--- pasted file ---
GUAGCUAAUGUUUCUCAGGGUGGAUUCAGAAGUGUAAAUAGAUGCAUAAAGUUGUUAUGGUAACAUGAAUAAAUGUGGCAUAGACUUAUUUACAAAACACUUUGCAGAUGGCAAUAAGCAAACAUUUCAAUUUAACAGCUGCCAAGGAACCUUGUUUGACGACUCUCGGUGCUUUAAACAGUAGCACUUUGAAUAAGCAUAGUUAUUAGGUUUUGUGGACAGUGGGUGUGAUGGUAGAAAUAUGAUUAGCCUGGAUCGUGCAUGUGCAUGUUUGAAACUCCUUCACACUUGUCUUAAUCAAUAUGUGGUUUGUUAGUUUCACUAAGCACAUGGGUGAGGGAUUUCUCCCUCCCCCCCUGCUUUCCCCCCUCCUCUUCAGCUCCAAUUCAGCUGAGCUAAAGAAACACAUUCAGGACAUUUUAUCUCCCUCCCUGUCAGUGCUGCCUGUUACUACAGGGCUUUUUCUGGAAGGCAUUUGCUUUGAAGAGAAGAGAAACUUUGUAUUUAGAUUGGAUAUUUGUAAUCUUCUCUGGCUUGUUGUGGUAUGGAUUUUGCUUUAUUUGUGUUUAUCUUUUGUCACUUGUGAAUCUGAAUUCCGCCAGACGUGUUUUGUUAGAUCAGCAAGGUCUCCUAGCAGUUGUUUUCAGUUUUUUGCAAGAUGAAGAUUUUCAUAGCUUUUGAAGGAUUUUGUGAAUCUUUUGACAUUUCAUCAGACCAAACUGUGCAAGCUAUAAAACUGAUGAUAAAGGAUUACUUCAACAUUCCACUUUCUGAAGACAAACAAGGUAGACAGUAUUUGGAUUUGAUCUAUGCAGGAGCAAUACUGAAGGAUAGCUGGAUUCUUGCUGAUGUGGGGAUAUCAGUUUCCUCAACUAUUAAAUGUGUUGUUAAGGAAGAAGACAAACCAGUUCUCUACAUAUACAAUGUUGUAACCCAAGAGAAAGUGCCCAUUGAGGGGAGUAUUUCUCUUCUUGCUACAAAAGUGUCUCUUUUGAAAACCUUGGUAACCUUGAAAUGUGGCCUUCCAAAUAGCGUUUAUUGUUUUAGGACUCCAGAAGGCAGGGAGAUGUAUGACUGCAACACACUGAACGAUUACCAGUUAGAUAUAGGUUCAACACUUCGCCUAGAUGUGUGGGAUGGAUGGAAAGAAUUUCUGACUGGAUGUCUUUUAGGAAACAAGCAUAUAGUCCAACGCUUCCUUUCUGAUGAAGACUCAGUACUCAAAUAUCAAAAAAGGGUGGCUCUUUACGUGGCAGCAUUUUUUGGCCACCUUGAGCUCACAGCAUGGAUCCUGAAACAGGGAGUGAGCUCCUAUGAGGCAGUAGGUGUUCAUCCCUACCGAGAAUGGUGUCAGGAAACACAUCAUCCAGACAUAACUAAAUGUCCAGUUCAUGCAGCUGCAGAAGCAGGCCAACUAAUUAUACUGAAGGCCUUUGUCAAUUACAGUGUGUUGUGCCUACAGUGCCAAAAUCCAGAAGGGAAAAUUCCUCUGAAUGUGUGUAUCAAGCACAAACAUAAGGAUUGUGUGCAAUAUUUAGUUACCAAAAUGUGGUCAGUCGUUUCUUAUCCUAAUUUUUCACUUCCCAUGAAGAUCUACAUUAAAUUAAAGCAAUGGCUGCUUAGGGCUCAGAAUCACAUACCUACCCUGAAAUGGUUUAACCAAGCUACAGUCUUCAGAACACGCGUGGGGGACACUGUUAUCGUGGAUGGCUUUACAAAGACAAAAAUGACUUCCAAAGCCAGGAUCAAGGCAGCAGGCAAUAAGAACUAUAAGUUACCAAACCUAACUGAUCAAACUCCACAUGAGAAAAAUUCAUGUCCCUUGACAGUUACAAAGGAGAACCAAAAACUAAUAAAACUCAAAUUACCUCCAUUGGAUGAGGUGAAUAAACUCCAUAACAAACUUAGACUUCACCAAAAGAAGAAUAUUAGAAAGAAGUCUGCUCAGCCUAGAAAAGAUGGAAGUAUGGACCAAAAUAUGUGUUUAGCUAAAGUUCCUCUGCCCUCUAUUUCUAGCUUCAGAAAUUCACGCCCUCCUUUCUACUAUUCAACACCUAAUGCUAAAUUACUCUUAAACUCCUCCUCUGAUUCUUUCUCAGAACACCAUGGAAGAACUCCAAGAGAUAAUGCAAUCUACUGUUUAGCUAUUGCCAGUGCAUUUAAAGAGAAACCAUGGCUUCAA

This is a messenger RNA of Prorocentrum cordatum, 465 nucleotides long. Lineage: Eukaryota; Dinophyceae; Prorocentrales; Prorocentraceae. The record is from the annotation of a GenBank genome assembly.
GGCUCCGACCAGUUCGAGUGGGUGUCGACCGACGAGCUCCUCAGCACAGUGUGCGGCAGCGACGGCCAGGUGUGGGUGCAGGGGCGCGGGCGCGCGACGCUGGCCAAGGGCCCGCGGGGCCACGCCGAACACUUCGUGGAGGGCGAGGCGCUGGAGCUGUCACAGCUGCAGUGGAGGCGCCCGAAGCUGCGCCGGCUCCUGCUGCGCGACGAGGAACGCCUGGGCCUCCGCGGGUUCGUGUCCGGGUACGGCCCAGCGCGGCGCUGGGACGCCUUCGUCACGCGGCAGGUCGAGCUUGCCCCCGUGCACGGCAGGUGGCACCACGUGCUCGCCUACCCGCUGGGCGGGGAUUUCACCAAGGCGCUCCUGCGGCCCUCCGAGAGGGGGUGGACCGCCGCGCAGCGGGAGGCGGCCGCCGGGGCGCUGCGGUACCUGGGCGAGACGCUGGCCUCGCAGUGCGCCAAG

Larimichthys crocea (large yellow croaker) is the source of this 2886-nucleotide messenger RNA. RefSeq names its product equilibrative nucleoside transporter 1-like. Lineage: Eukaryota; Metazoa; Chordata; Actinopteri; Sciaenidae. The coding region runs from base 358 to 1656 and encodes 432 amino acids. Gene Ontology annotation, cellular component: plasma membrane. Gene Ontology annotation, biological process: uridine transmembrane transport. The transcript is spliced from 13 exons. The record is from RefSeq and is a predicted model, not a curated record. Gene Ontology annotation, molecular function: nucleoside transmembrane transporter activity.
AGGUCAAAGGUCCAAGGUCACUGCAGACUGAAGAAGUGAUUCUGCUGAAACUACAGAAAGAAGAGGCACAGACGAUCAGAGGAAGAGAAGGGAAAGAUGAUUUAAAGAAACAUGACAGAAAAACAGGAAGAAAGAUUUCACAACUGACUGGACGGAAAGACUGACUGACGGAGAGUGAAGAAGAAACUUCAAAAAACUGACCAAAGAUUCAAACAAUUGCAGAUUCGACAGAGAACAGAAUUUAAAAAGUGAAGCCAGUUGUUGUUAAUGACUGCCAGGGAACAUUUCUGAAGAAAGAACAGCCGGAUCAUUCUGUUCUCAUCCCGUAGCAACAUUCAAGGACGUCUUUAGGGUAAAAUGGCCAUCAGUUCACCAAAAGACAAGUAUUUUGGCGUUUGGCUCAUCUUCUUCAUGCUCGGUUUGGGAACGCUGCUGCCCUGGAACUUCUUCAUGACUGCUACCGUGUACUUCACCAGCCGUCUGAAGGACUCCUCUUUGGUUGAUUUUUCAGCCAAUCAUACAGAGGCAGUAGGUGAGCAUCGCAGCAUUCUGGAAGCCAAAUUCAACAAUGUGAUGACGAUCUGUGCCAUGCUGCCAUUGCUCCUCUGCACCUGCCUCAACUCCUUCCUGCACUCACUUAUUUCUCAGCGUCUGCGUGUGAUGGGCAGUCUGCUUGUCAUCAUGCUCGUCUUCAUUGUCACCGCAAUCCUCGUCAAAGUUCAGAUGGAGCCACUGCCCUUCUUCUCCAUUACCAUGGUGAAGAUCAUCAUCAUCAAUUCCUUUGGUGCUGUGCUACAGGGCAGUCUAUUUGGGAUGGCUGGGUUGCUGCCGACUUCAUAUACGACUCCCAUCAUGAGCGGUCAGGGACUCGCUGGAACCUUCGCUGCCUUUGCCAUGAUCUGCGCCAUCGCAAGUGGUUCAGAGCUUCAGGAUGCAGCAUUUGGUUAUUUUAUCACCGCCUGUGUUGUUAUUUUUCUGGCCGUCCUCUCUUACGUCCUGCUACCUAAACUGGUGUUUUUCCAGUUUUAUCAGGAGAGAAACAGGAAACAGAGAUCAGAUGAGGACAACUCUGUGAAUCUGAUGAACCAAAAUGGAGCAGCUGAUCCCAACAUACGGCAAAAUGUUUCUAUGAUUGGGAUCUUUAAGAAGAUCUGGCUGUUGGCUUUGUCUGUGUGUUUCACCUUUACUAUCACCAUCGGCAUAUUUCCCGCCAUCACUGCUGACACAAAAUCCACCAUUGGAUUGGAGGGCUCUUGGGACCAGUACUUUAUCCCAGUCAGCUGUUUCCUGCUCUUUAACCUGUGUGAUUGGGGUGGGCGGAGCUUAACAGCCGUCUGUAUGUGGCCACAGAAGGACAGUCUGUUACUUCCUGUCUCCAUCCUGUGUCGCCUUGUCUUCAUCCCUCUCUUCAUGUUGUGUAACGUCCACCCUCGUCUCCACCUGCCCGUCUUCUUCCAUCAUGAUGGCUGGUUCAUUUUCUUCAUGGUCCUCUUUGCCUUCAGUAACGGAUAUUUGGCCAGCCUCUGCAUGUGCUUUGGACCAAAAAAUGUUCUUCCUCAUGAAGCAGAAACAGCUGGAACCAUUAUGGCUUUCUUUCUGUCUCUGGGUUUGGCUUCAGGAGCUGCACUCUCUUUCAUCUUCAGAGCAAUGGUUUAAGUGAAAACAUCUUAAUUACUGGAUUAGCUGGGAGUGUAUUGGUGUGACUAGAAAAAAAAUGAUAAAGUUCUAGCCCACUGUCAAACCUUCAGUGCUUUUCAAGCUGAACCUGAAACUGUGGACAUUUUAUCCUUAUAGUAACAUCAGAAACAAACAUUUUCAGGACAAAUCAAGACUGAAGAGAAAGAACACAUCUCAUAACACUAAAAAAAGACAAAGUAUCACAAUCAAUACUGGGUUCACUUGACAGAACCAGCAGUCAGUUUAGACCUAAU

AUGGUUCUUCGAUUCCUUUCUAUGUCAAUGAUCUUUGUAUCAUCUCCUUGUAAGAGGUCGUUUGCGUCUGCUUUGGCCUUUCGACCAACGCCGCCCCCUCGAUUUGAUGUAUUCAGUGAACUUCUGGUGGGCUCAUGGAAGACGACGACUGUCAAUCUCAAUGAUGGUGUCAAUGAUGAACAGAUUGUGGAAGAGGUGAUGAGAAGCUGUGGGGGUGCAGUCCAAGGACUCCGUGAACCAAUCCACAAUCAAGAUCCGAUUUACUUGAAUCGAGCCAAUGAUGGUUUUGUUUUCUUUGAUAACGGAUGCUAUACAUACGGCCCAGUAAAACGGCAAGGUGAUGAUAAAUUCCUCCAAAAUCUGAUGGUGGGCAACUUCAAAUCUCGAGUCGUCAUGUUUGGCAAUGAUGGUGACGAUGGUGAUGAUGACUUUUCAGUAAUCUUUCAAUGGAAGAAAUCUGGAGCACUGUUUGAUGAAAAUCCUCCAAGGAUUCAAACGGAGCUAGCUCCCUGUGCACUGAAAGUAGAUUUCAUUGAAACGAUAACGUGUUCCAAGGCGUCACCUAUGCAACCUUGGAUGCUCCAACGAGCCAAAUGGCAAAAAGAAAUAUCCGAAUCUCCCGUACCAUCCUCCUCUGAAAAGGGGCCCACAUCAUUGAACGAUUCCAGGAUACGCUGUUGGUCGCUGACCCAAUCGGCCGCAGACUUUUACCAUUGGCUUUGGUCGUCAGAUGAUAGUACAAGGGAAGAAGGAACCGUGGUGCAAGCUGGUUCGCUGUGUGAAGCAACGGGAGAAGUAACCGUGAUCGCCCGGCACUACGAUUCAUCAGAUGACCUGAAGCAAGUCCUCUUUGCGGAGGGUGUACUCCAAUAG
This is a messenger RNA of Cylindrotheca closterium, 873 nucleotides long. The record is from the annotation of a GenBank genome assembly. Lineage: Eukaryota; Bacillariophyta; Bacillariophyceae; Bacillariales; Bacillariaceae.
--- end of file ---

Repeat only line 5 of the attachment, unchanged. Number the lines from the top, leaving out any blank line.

AGGUCAAAGGUCCAAGGUCACUGCAGACUGAAGAAGUGAUUCUGCUGAAACUACAGAAAGAAGAGGCACAGACGAUCAGAGGAAGAGAAGGGAAAGAUGAUUUAAAGAAACAUGACAGAAAAACAGGAAGAAAGAUUUCACAACUGACUGGACGGAAAGACUGACUGACGGAGAGUGAAGAAGAAACUUCAAAAAACUGACCAAAGAUUCAAACAAUUGCAGAUUCGACAGAGAACAGAAUUUAAAAAGUGAAGCCAGUUGUUGUUAAUGACUGCCAGGGAACAUUUCUGAAGAAAGAACAGCCGGAUCAUUCUGUUCUCAUCCCGUAGCAACAUUCAAGGACGUCUUUAGGGUAAAAUGGCCAUCAGUUCACCAAAAGACAAGUAUUUUGGCGUUUGGCUCAUCUUCUUCAUGCUCGGUUUGGGAACGCUGCUGCCCUGGAACUUCUUCAUGACUGCUACCGUGUACUUCACCAGCCGUCUGAAGGACUCCUCUUUGGUUGAUUUUUCAGCCAAUCAUACAGAGGCAGUAGGUGAGCAUCGCAGCAUUCUGGAAGCCAAAUUCAACAAUGUGAUGACGAUCUGUGCCAUGCUGCCAUUGCUCCUCUGCACCUGCCUCAACUCCUUCCUGCACUCACUUAUUUCUCAGCGUCUGCGUGUGAUGGGCAGUCUGCUUGUCAUCAUGCUCGUCUUCAUUGUCACCGCAAUCCUCGUCAAAGUUCAGAUGGAGCCACUGCCCUUCUUCUCCAUUACCAUGGUGAAGAUCAUCAUCAUCAAUUCCUUUGGUGCUGUGCUACAGGGCAGUCUAUUUGGGAUGGCUGGGUUGCUGCCGACUUCAUAUACGACUCCCAUCAUGAGCGGUCAGGGACUCGCUGGAACCUUCGCUGCCUUUGCCAUGAUCUGCGCCAUCGCAAGUGGUUCAGAGCUUCAGGAUGCAGCAUUUGGUUAUUUUAUCACCGCCUGUGUUGUUAUUUUUCUGGCCGUCCUCUCUUACGUCCUGCUACCUAAACUGGUGUUUUUCCAGUUUUAUCAGGAGAGAAACAGGAAACAGAGAUCAGAUGAGGACAACUCUGUGAAUCUGAUGAACCAAAAUGGAGCAGCUGAUCCCAACAUACGGCAAAAUGUUUCUAUGAUUGGGAUCUUUAAGAAGAUCUGGCUGUUGGCUUUGUCUGUGUGUUUCACCUUUACUAUCACCAUCGGCAUAUUUCCCGCCAUCACUGCUGACACAAAAUCCACCAUUGGAUUGGAGGGCUCUUGGGACCAGUACUUUAUCCCAGUCAGCUGUUUCCUGCUCUUUAACCUGUGUGAUUGGGGUGGGCGGAGCUUAACAGCCGUCUGUAUGUGGCCACAGAAGGACAGUCUGUUACUUCCUGUCUCCAUCCUGUGUCGCCUUGUCUUCAUCCCUCUCUUCAUGUUGUGUAACGUCCACCCUCGUCUCCACCUGCCCGUCUUCUUCCAUCAUGAUGGCUGGUUCAUUUUCUUCAUGGUCCUCUUUGCCUUCAGUAACGGAUAUUUGGCCAGCCUCUGCAUGUGCUUUGGACCAAAAAAUGUUCUUCCUCAUGAAGCAGAAACAGCUGGAACCAUUAUGGCUUUCUUUCUGUCUCUGGGUUUGGCUUCAGGAGCUGCACUCUCUUUCAUCUUCAGAGCAAUGGUUUAAGUGAAAACAUCUUAAUUACUGGAUUAGCUGGGAGUGUAUUGGUGUGACUAGAAAAAAAAUGAUAAAGUUCUAGCCCACUGUCAAACCUUCAGUGCUUUUCAAGCUGAACCUGAAACUGUGGACAUUUUAUCCUUAUAGUAACAUCAGAAACAAACAUUUUCAGGACAAAUCAAGACUGAAGAGAAAGAACACAUCUCAUAACACUAAAAAAAGACAAAGUAUCACAAUCAAUACUGGGUUCACUUGACAGAACCAGCAGUCAGUUUAGACCUAAU